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Stereotype Threat and Identity at College

Posted on: May 7th, 2015 by learningws No Comments

I work as a tutor at Minneapolis Community & Technical College. I am writing regarding one of the requirements from CRLA Level II Tutor Training. I will summarize a chapter called “Identity and Intellectual Performance” from Whistling Vivaldi: How Stereotypes Affect Us and What We Can Do by Claude Steele.

The purpose of this chapter is to explain that students can succeed no matter what identities or races they have. The study has been done by observing how well minority students do at a big campus at the University of Michigan, Ann Arbor. Their main focus is on black students among other minorities. It all sums up into one summary: the achievement problems of black students at Michigan weren’t caused entirely by skill deficits (Steele 20).

Two social psychologists, Edward Jones and Richard Nisbett, stated that there are two big main objects that people should consider when they want to describe other people’s behavior, such as observer’s perspective and actor’s perspective (qtd. in Steele 18). The observer’s perspective is a perspective of a person observing the others’ behavior, while the actor’s perspective is a perspective of him- or herself doing the behavior. They concluded that we tend to look only at the actors–which is the observer’s perspective–while the actors themselves usually dominate our literal and mental visual field as they conduct themselves. We tend to emphasize the things we can see (Steele 18). While on the other perspective, we do not even know what problems or struggling the actors have. Therefore, without looking from the actors’ perspective we can’t draw conclusions about their behavior.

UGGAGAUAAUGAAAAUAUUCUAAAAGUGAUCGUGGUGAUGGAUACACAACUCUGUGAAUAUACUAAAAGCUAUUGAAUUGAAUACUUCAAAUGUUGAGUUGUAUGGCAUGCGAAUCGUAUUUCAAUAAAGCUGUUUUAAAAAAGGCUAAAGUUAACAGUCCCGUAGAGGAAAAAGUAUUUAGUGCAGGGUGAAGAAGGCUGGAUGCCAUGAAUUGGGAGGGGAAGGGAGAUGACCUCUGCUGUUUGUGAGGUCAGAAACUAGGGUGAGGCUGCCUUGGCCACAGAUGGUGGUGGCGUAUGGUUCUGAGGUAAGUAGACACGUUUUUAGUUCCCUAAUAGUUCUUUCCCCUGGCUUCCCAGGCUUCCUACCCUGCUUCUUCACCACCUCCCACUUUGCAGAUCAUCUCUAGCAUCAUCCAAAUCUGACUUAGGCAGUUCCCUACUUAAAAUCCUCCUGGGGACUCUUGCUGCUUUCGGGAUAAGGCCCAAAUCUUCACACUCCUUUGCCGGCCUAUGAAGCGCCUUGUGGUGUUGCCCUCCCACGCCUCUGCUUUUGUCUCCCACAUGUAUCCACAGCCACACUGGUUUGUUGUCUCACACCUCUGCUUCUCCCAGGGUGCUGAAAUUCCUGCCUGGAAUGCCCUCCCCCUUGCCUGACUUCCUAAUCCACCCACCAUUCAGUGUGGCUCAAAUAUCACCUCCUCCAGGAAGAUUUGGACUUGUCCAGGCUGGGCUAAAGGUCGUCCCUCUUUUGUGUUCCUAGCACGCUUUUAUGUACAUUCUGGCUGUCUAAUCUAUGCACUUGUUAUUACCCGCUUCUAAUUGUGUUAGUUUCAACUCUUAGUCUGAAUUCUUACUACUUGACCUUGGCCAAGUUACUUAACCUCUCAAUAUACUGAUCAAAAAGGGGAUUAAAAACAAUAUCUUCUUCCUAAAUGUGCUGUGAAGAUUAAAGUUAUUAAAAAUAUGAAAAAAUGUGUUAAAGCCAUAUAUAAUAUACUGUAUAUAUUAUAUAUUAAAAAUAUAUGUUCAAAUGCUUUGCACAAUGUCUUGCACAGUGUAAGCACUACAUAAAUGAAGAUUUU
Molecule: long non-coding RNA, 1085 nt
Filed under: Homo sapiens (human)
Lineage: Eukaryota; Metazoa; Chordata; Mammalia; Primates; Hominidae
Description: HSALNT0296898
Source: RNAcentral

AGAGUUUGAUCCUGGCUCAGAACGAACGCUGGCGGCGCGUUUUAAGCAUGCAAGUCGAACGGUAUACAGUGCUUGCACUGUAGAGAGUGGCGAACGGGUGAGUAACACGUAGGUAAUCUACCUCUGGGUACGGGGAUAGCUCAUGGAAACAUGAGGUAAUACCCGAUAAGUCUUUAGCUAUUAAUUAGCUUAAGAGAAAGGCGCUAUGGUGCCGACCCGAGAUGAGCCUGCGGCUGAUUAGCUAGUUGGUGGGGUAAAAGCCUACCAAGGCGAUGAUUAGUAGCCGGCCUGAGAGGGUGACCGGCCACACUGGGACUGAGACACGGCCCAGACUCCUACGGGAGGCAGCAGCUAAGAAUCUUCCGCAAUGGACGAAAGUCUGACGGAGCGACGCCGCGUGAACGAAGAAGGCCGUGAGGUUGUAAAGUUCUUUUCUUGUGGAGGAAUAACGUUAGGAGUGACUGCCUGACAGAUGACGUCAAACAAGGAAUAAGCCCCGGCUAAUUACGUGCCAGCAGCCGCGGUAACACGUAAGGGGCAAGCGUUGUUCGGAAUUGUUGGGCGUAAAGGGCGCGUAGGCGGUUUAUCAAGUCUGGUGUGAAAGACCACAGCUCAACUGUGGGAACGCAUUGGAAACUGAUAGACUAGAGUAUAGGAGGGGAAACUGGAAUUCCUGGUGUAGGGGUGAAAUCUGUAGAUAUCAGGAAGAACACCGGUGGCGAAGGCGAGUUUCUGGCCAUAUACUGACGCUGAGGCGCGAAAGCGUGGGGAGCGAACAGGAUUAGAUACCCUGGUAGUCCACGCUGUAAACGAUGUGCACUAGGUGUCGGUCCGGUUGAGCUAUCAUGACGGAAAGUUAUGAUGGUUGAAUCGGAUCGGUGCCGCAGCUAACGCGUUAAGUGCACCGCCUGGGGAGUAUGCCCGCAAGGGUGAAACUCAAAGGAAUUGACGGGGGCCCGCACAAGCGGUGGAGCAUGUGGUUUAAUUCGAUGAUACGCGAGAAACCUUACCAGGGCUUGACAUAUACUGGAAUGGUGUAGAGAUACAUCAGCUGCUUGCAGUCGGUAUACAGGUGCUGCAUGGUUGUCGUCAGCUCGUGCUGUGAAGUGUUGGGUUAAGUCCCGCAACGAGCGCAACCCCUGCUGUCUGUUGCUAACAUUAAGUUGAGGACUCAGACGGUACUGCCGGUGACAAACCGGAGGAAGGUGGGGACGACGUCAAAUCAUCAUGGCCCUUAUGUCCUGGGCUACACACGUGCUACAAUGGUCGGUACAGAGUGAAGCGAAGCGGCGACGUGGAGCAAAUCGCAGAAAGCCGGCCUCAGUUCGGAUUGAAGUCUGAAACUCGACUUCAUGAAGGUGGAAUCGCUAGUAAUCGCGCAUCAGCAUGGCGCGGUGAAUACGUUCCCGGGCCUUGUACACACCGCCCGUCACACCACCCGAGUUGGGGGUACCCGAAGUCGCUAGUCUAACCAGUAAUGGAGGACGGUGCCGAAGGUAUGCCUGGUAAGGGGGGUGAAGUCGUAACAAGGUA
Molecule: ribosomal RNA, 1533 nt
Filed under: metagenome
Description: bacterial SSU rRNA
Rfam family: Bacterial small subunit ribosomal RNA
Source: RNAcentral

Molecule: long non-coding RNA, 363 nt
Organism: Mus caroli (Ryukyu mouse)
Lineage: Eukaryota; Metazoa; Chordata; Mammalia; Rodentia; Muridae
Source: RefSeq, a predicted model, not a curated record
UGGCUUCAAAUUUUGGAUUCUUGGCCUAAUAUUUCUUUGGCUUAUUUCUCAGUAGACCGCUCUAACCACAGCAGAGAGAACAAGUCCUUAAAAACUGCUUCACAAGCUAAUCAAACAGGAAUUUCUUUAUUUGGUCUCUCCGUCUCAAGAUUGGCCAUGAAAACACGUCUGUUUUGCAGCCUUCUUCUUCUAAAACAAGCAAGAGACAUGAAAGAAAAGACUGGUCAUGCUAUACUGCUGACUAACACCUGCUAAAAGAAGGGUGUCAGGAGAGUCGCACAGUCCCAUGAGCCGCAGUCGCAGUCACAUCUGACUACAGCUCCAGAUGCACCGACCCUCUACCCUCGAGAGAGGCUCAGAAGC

I was surprised when the author implied that common black student underperformance was across the curriculum, and it became a national phenomenon. He read studies saying that blacks student show underperformance throughout the education system such as in college classes, in medical school, in law school, in business school, and often in K through 12 schooling (Steele 22). The research also said that it also happens among other minority groups of students, such as Latinos, Native Americans, and so forth. Steele says that that information was based on the observer’s perspective, which attributed underperformance to a lack of motivation or cultural knowledge or skills to succeed at more difficult coursework–which is certainly not right.

Steele conducted research, based on the actor’s perspective. He created a seminar to support his research towards this issue by getting closer to the minority groups such as black students. He came up with a result that black students were certainly capable to get good grades in college, as it was shown in their good SAT scores while they entered the college. The only problem that mattered was when they thought of campus life as racially organized by whites, than by the minorities. Their sense of marginalization was affecting their performance in college. Black students also worried about lacking a sense of belonging in the campus, which the people who had observer’s perspective might not have noticed.

As I work as a tutor at the Learning Center, I have been helping many people from many races and identities. I never let them feel marginalized by the situation on campus. By giving them a few words of courage, I can simply bother their mind from feeling anxious that they can’t succeed in their class. Skin color can never determine how successful they are in the future, but their motivation can. As Steele conducted the research, he stated that the minority student groups often feel that they don’t belong which impacts their performance in college. Therefore, I always open my arms and give them a friendly approach, so that they will feel that they belong at the school and nothing can stop them from getting success.

–Joshua Purba, MCTC Math and Geology Tutor


Works Cited

Steele, Claude. “Identity and Intellectual Performance.” Whistling Vivaldi: How Stereotypes Affect Us and What We Can Do. New York: W.W. Norton, 2011. Print.

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